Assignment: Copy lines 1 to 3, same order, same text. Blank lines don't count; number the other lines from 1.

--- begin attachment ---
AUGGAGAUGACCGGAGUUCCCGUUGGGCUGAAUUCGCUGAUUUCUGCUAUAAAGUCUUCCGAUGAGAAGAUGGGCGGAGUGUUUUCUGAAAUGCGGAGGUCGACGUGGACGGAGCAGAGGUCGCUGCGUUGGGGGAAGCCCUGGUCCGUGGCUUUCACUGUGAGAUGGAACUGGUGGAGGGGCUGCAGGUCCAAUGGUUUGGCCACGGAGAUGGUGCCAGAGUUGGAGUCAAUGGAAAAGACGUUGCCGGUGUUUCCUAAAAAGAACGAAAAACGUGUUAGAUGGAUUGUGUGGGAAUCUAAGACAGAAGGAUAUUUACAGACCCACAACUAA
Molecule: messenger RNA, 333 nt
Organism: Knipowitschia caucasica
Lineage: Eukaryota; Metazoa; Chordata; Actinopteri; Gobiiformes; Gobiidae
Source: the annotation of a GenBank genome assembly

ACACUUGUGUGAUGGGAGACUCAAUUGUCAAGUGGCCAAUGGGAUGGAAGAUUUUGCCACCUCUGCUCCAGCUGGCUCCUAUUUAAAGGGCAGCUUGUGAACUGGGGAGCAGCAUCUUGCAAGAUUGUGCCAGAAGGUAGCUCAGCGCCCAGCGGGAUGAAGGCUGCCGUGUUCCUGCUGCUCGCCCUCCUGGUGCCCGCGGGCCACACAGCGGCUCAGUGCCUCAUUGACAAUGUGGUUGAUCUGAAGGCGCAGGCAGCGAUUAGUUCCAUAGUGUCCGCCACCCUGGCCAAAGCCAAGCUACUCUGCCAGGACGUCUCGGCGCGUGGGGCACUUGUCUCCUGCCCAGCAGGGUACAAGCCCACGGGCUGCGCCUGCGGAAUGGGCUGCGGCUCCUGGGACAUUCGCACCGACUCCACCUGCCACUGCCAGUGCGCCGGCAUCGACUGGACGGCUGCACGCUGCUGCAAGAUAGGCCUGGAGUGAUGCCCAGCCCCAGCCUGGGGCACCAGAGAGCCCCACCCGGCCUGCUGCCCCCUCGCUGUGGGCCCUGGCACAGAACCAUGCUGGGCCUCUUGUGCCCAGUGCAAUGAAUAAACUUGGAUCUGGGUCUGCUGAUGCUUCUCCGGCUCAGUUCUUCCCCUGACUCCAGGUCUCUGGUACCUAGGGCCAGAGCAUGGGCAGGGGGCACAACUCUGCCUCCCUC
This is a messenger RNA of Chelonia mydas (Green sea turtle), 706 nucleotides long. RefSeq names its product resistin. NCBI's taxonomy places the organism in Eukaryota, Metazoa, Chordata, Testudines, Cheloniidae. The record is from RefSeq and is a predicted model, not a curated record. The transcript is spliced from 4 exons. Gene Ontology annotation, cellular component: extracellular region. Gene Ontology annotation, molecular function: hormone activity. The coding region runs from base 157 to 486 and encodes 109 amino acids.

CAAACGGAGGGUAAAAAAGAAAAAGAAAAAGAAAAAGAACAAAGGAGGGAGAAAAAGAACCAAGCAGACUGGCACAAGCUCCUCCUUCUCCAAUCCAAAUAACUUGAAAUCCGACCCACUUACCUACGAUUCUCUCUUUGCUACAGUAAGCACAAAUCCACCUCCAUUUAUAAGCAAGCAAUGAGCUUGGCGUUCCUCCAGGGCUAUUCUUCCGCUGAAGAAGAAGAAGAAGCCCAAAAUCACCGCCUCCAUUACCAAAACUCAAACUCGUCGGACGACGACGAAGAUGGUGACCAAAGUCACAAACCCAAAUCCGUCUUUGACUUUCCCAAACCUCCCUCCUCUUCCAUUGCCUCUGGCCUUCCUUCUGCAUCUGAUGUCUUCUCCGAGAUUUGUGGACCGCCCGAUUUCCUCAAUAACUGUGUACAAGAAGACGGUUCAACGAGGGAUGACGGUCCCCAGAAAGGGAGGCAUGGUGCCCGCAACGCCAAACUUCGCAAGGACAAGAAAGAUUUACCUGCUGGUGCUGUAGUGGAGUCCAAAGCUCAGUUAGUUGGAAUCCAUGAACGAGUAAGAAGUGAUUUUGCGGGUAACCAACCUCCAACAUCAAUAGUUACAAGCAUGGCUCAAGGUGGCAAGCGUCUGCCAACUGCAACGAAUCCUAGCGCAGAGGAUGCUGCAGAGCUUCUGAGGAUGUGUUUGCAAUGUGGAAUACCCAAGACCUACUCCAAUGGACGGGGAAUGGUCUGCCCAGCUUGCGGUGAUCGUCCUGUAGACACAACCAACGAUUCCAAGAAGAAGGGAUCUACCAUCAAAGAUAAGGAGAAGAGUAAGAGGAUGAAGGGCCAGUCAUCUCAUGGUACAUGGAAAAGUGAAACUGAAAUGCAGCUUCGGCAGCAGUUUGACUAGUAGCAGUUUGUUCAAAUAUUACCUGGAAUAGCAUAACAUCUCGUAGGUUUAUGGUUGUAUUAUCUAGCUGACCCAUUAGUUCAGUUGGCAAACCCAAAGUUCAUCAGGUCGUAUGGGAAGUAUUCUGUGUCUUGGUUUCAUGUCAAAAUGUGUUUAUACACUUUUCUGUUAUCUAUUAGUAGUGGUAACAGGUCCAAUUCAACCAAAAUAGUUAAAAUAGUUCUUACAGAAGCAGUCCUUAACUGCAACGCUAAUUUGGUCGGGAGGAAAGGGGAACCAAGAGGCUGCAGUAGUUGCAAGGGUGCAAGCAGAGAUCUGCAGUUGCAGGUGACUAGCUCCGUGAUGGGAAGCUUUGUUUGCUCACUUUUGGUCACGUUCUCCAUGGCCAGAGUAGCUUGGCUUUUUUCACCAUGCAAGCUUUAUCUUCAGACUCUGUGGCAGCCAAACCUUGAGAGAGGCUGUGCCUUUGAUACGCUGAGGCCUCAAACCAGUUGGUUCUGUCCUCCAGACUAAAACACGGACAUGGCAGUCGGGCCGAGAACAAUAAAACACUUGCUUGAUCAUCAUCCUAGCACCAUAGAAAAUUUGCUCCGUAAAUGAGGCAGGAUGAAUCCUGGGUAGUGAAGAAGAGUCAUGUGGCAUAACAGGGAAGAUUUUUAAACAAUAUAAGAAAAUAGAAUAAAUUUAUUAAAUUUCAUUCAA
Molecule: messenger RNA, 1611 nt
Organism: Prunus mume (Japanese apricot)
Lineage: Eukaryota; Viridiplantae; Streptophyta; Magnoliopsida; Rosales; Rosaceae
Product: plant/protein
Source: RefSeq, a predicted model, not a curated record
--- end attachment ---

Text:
AUGGAGAUGACCGGAGUUCCCGUUGGGCUGAAUUCGCUGAUUUCUGCUAUAAAGUCUUCCGAUGAGAAGAUGGGCGGAGUGUUUUCUGAAAUGCGGAGGUCGACGUGGACGGAGCAGAGGUCGCUGCGUUGGGGGAAGCCCUGGUCCGUGGCUUUCACUGUGAGAUGGAACUGGUGGAGGGGCUGCAGGUCCAAUGGUUUGGCCACGGAGAUGGUGCCAGAGUUGGAGUCAAUGGAAAAGACGUUGCCGGUGUUUCCUAAAAAGAACGAAAAACGUGUUAGAUGGAUUGUGUGGGAAUCUAAGACAGAAGGAUAUUUACAGACCCACAACUAA
Molecule: messenger RNA, 333 nt
Organism: Knipowitschia caucasica